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Re: Cisco 6500 and console woes

Martin Evans m.d.t.evans@qmul.ac.uk
Mon, 14 Jul 2003 02:17:25 -0700 (PDT)

Hi Kevin,

Indeed, I have seen something similar. I have a home brew system built
from a number of pl2303 usb to serial bridges. I saw some data loss with
conserver and not with other serial software... I looked at the
differences between conserver and ckermit and found that conserver had a
non blocking option set on the serial port file descriptor. This meant
that the device refused characters with an error if they were sent too
quickly. Typically, the cursor keys failed to function correctly
(because three chars are sent in quick succession and cut/paste failed)

Switching on blocking on the filedescriptor cleared up the problem.

You can check that by running strace or truss and looking for write
errors to the tty file descriptors.

I wrote to Bryan about it and he seemed quite positive about the
possibility of switching to a blocking filedescriptor and that he would
have a look.

I have a patch but it is not a very good one. It switches the blocking
behaviour off in the wrong place. Probably best to do it where the fd is
initially opened by removing the N_DELAY option.

I've attached a web page that describes our setup and includes my (poor)


On Fri, 2003-07-11 at 22:51, Kevin Rueckert wrote:
> Good day all,
> I'm running conserver 7.2.7 and I have a system using several rocketport 
> serial cards.  One of the ports on these cards is connected to the console 
> port of a Cisco 6500.  When I run minicom, I have a pristine connection, no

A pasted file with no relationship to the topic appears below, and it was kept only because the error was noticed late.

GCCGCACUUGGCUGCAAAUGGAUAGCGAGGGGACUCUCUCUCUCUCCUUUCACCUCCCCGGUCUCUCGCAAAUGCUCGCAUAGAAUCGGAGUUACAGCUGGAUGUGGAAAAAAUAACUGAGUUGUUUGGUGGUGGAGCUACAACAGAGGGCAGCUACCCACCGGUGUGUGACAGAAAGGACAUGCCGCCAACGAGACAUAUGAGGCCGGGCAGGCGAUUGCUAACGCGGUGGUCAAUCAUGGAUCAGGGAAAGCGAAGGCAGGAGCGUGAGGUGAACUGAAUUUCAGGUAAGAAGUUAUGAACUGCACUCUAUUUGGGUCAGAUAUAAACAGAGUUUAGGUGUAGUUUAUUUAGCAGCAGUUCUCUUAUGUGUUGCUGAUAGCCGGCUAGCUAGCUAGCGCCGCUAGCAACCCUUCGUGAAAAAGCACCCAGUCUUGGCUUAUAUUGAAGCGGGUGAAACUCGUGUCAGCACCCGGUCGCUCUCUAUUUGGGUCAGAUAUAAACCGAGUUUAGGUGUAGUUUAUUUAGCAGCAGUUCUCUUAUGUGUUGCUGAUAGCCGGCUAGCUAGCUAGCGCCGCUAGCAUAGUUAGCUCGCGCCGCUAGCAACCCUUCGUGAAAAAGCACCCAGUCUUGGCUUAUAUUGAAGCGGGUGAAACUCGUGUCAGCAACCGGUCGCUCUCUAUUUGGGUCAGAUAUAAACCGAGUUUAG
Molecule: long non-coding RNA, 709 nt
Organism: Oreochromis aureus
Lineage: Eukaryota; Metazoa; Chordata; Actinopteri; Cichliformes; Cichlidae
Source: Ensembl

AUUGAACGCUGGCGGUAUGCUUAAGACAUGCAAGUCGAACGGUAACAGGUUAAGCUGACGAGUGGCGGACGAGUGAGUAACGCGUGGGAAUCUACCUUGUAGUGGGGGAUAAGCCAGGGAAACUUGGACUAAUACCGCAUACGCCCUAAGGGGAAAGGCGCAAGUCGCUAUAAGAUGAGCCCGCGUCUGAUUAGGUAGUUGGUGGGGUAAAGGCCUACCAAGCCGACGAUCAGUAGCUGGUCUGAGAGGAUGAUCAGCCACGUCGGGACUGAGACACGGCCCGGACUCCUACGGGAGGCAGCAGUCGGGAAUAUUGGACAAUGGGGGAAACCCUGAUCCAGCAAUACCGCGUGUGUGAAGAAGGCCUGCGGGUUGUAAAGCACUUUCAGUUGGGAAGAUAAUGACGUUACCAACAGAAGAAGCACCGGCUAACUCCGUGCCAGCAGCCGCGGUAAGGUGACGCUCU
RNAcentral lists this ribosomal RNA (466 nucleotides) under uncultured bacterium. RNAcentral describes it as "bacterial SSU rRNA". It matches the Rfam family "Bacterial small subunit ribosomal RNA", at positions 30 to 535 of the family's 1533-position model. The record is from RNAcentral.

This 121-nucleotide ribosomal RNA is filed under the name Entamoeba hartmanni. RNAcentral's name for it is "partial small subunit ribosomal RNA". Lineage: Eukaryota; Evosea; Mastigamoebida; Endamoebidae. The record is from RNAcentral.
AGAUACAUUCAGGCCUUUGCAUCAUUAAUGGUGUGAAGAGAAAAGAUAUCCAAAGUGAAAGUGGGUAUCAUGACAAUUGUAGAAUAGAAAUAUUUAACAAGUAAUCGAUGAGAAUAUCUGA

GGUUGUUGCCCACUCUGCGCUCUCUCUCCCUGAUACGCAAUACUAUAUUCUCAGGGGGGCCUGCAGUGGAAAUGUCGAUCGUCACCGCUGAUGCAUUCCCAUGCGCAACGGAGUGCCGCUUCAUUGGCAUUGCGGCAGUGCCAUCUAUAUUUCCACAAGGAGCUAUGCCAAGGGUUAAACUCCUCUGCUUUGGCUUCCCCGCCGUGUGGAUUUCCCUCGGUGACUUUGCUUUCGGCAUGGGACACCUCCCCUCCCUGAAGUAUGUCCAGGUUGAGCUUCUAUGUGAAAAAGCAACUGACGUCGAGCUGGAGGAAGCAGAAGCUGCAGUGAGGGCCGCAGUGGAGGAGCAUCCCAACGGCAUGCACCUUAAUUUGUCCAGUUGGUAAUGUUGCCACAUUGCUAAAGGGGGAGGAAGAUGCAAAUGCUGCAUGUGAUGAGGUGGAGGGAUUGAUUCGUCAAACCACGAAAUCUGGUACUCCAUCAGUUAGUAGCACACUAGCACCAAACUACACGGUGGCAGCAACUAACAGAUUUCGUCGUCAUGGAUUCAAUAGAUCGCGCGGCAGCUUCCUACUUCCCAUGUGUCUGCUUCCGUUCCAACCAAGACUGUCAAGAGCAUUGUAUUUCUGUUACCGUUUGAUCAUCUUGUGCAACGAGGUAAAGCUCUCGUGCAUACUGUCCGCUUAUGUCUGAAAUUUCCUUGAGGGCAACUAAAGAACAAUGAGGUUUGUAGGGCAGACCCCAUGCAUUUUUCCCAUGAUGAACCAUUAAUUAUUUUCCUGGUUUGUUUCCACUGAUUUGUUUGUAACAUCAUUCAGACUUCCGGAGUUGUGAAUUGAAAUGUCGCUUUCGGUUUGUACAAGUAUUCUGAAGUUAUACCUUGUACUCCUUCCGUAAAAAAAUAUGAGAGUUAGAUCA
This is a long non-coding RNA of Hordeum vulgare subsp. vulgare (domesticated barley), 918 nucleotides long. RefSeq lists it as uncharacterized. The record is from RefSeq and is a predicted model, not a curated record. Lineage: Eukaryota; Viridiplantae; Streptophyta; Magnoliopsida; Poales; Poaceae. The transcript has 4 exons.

> errors, no slowness, no garbling of text, yet when I run with conserver and 
> connect, there are frequently characters/words missing.  The setup between 
> minicom and conserver is the same (9600,8n1), and when I do a ^eco, the port 
> is listed as [up], and there are no errors in the logs...
> Has anyone experienced something similar, and if so, have you found a 
> solution?  Take care,
> Kevin
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-- Dr MDT Evans, Computing Services, Queen Mary, University of London
Title: Central Servers Console

Central Servers Console


This document describes the home-brew console server we have built in the machine room. Basic usage and alternatives in the event of failure.


The hardware (at time of writing) consists of:
  • An RM (Samsung) GT9000 laptop.
  • Seven ATEN UC232A usb to serial converters.
  • Two unbranded usb to serial converter units.
  • Two seven port USB1.1 hubs.
  • Various null modem leads and serial connector adapters.

All the usb to serial converters are based on the prolific pl2303 bridge.

The laptop is sitting a shelf in the rack. The hubs are connected into the USB ports on the laptop and the converters are connected into the hubs. The cabling from the serial ports on the back of the machines is connected such that by the time it gets to the converter it is crossed and has a D9 Female connector on it.

Currently, this setup will support up to 14 machines (when the remaining converters arrive). 15 if you want to use the serial device built into the laptop and possibly a few more by daisy chaining more hubs. 14 machines is enough to control the central servers and a few other machines in our racks.

There are several varieties of serial ports on our machines:

  • D25 Female. e.g.on the back of 280R's. Connect these with a D25M to D9M adapter then a D9F-D9F null modem lead straight into the converter.
  • RJ45 socket. e.g. on the back of the V120s. These are already crossed so they should be connected to the converters with a straight through cable. Silver D25 Female to RJ45 socket adapters come with these machines and straight through cat5 cable is used as the serial cable.
  • The PC's have D9 Make serial ports on the back. A Single D9F to D9F null modem cable will connect these straight into the converters.